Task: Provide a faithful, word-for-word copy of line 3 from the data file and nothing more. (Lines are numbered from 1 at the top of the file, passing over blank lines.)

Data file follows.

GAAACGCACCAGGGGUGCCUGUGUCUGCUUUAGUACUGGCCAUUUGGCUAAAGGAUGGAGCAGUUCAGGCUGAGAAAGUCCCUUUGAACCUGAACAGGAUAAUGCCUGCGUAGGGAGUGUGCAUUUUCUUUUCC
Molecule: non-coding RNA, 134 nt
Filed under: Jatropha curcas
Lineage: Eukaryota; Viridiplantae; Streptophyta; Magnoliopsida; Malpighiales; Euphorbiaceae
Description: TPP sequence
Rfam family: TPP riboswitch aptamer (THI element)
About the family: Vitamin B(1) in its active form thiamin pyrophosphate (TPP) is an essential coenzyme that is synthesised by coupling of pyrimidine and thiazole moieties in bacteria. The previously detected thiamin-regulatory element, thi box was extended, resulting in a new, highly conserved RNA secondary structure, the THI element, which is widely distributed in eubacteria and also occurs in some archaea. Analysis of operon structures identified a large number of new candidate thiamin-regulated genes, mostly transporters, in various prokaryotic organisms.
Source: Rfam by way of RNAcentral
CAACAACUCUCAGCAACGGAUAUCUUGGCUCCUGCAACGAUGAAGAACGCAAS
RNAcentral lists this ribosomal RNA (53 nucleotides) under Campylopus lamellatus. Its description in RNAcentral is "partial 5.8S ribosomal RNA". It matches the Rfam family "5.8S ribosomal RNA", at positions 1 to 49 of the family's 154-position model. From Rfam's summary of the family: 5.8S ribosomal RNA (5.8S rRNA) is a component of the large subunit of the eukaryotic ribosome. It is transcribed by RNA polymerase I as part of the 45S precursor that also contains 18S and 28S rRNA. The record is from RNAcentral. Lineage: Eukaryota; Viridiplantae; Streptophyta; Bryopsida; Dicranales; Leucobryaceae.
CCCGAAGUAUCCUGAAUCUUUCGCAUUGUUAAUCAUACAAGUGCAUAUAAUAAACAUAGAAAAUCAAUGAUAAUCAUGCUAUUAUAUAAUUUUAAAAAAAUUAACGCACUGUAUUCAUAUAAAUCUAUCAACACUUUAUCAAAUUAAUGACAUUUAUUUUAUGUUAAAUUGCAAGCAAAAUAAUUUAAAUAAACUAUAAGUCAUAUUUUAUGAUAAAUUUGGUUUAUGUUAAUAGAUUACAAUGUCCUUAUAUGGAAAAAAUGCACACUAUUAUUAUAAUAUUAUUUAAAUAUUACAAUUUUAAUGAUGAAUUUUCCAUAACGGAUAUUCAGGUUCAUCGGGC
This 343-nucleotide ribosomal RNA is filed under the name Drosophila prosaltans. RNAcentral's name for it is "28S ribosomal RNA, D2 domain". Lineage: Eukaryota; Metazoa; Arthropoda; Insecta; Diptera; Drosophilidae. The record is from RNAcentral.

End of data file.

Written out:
Filed under: Jatropha curcas